- Ethanol corn production erodes soil 12 times faster than it can be reformed and uses groundwater 25 times faster than it can be recharged.
So as I biked I let these facts fester. I watched for monarchs and didn’t see any. I looked for milkweed and didn’t see any. The prairie seemed to have been thrown out.
I tried to remind myself I was biking through just a sliver of Iowa and that a passing cold spell had dropped temperatures forcing monarchs into inactivity. I looked for signs of hope and progress between the corn.
The first sign I noticed was the buzz from RAGBRI, Iowa’s bike ride/parade/festival across the state, which helps get people of every stripe on bikes and moving with their own energy. I didn’t actually see the ride but I saw the culture of biking that the ride nurtured. Inclusive and fun, it seems to be making biking a point of pride. I was impressed by the amount of people talking about and training for RAGBRI and the bike paths that I met them on.
Iowa has several nice bike paths, including the Wabash Trace Nature Trail that carried me from the MO/IA border to Council Bluffs, IA. The 60 miles were like a protected bubble of habitat for birds, bugs, a bobcat (I think), and cyclists! That bike path nurtured animals and a bicycle culture as strong and vibrant as a big city bike scene. I was lucky enough to pass through on Taco Tuesday, a hybrid bike ride/gathering culminating in tacos.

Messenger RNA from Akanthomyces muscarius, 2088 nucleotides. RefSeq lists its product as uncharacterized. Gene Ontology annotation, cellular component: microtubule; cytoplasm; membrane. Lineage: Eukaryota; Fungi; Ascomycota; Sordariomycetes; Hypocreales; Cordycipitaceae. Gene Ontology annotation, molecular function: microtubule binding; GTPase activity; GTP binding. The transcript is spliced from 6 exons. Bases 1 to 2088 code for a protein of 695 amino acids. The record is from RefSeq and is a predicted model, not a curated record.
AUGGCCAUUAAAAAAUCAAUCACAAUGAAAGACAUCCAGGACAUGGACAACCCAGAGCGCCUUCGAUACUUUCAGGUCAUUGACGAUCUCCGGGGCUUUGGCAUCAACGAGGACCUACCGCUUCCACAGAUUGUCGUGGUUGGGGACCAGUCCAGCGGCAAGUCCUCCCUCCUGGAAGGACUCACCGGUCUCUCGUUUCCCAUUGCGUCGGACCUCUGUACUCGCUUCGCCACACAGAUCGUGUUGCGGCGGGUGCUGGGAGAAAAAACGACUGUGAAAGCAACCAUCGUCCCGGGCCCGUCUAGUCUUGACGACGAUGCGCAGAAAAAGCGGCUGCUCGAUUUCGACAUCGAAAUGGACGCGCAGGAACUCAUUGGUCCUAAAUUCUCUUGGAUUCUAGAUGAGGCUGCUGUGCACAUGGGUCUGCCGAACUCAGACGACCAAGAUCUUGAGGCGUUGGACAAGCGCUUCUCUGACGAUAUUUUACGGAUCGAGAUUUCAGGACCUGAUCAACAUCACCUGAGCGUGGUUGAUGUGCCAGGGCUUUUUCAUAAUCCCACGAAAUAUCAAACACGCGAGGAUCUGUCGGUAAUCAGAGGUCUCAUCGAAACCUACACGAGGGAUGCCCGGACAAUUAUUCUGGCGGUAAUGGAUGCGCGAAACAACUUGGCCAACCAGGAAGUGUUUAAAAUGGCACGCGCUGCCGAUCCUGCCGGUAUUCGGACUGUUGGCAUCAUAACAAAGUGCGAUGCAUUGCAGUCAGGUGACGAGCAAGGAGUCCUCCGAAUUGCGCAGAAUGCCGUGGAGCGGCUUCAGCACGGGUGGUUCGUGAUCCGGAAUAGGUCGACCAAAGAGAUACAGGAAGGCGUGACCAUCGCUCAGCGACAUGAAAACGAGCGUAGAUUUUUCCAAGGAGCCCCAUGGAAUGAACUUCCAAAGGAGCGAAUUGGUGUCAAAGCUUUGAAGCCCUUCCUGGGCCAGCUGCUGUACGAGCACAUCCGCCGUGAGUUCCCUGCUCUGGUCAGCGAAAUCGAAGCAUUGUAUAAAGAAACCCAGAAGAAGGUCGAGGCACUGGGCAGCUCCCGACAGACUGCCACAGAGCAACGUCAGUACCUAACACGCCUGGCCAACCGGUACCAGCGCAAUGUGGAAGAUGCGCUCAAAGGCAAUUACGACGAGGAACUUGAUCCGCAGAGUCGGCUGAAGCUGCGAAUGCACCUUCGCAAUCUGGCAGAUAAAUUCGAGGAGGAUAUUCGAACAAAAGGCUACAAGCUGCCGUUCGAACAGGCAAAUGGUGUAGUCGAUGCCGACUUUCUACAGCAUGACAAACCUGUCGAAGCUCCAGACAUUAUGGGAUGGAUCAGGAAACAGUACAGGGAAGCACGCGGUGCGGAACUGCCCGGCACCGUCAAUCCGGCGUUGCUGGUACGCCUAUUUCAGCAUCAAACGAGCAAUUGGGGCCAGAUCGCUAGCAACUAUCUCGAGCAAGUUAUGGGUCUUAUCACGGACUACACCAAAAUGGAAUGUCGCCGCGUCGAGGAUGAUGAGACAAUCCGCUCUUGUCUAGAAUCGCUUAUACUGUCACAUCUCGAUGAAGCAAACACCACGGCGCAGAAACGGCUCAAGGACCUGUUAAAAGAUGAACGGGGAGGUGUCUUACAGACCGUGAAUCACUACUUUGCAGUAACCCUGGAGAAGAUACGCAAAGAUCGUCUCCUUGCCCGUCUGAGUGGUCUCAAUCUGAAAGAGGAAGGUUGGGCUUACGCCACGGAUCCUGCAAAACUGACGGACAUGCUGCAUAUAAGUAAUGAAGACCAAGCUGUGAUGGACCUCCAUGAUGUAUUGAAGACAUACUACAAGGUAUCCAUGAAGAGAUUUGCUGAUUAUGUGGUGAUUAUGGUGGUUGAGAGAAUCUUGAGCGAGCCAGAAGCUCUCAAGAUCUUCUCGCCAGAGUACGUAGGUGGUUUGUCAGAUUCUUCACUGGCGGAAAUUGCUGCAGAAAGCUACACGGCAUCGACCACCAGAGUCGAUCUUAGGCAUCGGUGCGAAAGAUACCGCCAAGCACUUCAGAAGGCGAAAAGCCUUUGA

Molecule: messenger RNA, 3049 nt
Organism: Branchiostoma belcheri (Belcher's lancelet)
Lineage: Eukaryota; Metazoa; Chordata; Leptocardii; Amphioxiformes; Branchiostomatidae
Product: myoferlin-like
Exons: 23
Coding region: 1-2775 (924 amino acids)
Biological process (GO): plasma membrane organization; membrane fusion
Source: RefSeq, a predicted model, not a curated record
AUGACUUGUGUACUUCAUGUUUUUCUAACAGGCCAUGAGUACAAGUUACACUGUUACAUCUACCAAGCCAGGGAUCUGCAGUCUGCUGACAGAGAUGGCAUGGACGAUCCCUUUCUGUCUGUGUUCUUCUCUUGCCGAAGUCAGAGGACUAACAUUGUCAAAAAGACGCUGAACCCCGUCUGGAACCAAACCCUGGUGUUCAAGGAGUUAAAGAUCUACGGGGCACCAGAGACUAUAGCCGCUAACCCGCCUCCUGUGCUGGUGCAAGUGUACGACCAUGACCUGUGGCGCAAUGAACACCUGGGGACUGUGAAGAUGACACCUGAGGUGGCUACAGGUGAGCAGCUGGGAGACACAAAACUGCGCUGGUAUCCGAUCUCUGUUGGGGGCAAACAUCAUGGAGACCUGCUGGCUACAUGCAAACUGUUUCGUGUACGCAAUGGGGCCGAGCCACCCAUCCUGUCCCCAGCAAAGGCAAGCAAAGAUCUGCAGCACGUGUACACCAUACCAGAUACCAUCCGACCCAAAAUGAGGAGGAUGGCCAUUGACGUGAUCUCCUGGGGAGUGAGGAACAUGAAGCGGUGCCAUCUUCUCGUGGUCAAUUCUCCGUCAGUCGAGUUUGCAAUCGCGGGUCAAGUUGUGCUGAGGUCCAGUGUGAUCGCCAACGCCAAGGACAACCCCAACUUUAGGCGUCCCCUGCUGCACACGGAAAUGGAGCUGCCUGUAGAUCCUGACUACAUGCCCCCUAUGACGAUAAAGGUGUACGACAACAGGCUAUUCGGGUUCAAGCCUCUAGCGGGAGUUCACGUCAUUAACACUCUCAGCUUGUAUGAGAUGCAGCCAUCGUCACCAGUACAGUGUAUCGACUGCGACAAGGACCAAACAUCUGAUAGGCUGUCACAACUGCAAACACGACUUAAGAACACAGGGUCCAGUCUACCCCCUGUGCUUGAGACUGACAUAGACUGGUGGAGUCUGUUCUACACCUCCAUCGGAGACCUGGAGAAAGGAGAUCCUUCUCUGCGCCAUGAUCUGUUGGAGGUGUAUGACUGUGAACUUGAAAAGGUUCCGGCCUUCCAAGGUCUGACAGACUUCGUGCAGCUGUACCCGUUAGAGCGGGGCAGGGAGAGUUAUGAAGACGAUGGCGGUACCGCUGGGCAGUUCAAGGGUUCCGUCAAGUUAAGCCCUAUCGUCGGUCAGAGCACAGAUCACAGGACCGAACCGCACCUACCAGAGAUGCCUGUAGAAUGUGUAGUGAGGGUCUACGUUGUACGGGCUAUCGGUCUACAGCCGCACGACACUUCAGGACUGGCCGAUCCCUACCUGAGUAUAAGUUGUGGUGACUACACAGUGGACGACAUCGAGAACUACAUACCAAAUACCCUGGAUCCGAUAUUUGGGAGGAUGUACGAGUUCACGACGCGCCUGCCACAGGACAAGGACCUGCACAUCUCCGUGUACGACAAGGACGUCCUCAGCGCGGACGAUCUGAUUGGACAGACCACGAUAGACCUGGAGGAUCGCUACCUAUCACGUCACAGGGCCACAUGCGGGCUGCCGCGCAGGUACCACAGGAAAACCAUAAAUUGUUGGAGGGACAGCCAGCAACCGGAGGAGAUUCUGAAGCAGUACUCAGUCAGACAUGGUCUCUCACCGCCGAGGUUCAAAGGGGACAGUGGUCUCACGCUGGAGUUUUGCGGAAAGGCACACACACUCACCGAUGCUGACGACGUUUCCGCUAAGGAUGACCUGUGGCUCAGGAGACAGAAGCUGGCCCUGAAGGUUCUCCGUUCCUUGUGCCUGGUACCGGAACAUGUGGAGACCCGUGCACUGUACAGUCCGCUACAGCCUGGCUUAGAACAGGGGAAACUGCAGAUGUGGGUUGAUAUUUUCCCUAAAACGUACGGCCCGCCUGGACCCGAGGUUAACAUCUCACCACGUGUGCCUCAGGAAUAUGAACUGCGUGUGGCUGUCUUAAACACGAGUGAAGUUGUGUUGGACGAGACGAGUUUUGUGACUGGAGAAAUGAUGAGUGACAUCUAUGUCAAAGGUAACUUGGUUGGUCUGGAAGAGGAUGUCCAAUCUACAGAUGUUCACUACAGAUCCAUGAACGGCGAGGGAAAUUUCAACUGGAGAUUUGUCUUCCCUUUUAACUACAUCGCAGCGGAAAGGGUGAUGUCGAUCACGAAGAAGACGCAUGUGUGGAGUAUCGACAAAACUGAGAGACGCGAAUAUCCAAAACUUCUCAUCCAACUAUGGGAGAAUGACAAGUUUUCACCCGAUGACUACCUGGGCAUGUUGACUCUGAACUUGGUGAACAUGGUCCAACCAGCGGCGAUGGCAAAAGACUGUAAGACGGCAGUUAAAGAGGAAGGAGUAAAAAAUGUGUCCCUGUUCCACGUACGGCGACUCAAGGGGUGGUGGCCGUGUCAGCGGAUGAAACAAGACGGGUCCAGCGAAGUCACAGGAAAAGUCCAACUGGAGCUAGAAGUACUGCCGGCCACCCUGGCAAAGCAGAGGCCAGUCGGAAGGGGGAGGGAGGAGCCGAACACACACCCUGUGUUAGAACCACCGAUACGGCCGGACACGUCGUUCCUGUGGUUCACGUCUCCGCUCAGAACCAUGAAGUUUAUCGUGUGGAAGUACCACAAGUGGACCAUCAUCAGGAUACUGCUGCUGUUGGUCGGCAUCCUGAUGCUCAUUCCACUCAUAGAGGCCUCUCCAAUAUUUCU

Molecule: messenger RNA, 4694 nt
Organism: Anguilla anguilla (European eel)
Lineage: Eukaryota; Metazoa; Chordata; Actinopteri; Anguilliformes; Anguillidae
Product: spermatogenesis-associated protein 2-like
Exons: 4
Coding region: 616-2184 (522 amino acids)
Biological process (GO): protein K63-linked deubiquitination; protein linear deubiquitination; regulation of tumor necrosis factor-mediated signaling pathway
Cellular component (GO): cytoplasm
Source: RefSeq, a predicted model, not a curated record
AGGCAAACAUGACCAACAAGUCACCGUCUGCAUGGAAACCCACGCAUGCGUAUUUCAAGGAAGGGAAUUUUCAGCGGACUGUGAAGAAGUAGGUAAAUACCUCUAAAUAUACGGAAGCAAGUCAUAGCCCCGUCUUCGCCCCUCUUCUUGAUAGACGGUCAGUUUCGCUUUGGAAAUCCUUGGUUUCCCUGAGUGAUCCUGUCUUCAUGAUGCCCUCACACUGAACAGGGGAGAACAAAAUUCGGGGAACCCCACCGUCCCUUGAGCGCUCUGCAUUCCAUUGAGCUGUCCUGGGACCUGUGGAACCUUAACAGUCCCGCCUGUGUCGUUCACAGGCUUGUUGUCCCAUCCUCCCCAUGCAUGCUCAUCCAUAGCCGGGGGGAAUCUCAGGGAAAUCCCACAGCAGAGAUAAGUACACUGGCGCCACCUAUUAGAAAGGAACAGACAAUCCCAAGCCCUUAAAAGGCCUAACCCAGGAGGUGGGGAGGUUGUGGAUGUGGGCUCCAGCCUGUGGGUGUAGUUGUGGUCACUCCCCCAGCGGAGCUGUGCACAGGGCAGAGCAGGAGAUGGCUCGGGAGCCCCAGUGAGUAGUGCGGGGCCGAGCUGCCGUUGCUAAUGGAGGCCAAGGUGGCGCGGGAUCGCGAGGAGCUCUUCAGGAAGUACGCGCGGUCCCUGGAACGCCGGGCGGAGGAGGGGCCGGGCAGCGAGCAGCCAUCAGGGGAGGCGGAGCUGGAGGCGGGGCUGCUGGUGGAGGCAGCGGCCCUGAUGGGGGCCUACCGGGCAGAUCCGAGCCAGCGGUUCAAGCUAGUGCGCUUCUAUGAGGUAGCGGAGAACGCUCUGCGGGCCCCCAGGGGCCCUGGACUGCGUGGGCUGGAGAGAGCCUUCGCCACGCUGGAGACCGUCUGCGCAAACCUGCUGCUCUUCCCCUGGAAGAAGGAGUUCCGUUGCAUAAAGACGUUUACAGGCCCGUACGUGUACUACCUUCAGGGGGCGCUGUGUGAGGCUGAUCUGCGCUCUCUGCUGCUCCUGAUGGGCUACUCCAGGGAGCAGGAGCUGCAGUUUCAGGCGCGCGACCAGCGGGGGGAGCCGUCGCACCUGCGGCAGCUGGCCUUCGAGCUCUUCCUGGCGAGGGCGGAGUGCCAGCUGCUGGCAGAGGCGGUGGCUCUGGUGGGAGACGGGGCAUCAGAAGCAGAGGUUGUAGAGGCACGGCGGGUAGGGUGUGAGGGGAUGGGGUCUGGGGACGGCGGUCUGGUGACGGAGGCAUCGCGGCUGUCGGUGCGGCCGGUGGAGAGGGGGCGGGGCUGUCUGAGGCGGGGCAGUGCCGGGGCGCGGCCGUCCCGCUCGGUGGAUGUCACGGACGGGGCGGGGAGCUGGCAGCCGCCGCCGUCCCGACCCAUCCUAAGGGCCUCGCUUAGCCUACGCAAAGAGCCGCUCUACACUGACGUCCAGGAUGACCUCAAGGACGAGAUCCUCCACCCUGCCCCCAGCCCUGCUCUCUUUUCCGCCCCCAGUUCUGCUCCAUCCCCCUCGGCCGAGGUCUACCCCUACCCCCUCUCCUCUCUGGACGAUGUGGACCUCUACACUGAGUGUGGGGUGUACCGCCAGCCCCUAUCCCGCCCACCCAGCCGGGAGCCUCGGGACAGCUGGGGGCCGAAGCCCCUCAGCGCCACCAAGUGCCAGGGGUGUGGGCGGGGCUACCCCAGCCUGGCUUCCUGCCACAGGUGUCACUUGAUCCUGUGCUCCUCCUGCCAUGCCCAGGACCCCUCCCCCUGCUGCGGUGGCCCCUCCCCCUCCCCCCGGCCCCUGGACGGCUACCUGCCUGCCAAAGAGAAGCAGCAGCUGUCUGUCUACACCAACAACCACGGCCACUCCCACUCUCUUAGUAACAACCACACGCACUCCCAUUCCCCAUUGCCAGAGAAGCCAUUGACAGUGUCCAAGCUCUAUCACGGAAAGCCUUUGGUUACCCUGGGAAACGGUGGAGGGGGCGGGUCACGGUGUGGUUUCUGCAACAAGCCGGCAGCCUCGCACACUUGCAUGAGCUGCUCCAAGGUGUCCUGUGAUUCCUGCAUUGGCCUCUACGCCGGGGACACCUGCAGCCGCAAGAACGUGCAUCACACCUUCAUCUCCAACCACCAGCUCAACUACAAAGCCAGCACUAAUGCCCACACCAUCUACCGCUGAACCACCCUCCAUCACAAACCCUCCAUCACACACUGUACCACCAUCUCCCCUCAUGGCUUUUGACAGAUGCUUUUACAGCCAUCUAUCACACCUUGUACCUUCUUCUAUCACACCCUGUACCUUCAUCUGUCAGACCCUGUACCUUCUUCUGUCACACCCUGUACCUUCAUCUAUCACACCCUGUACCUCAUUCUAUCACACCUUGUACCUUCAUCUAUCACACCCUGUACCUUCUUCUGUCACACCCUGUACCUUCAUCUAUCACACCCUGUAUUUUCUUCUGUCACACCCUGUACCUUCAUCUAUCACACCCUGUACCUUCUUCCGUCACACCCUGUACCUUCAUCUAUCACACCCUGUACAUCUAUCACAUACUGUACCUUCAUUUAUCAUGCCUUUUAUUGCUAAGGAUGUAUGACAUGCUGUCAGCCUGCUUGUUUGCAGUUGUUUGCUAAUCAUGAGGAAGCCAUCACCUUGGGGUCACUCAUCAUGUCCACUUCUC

At the end of the bike path, spit out in the bustle of Council Bluffs, I had one of my favorite encounters in Iowa. I had been leap frogging storms for the last few weeks and when a clap of thunder bellowed from the skies, I immediately pulled over under an awning to prepare for the storm. As I dug out my rain gear, the rain crashed to the city streets. Biking through cities can be stressful but there are some serious advantages, including finding shelter from harsh weather. Instead of going out into the storm. I peaked into the building I’d been huddling next to and discovered Driftwood Inn was not an Inn, but a bar. And not just any old bar.